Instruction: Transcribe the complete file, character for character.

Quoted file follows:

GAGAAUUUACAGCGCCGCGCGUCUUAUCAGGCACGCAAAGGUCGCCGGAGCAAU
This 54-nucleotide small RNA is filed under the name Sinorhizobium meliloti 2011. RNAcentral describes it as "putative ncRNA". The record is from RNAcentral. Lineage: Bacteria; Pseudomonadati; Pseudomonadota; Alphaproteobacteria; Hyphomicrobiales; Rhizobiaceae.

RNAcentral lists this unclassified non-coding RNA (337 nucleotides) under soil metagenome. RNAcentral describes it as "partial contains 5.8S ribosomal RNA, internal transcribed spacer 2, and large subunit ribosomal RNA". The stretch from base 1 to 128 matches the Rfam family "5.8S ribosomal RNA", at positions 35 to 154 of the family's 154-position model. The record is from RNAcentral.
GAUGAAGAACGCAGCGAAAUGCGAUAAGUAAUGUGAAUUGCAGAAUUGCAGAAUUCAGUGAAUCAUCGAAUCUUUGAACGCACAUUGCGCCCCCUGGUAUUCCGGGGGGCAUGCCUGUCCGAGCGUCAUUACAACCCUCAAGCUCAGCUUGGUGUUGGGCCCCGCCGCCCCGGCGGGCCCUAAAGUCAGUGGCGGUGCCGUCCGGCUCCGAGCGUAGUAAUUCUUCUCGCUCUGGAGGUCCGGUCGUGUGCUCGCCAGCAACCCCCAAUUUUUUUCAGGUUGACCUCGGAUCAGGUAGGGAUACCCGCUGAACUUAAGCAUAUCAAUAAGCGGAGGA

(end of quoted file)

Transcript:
GAGAAUUUACAGCGCCGCGCGUCUUAUCAGGCACGCAAAGGUCGCCGGAGCAAU
This 54-nucleotide small RNA is filed under the name Sinorhizobium meliloti 2011. RNAcentral describes it as "putative ncRNA". The record is from RNAcentral. Lineage: Bacteria; Pseudomonadati; Pseudomonadota; Alphaproteobacteria; Hyphomicrobiales; Rhizobiaceae.

RNAcentral lists this unclassified non-coding RNA (337 nucleotides) under soil metagenome. RNAcentral describes it as "partial contains 5.8S ribosomal RNA, internal transcribed spacer 2, and large subunit ribosomal RNA". The stretch from base 1 to 128 matches the Rfam family "5.8S ribosomal RNA", at positions 35 to 154 of the family's 154-position model. The record is from RNAcentral.
GAUGAAGAACGCAGCGAAAUGCGAUAAGUAAUGUGAAUUGCAGAAUUGCAGAAUUCAGUGAAUCAUCGAAUCUUUGAACGCACAUUGCGCCCCCUGGUAUUCCGGGGGGCAUGCCUGUCCGAGCGUCAUUACAACCCUCAAGCUCAGCUUGGUGUUGGGCCCCGCCGCCCCGGCGGGCCCUAAAGUCAGUGGCGGUGCCGUCCGGCUCCGAGCGUAGUAAUUCUUCUCGCUCUGGAGGUCCGGUCGUGUGCUCGCCAGCAACCCCCAAUUUUUUUCAGGUUGACCUCGGAUCAGGUAGGGAUACCCGCUGAACUUAAGCAUAUCAAUAAGCGGAGGA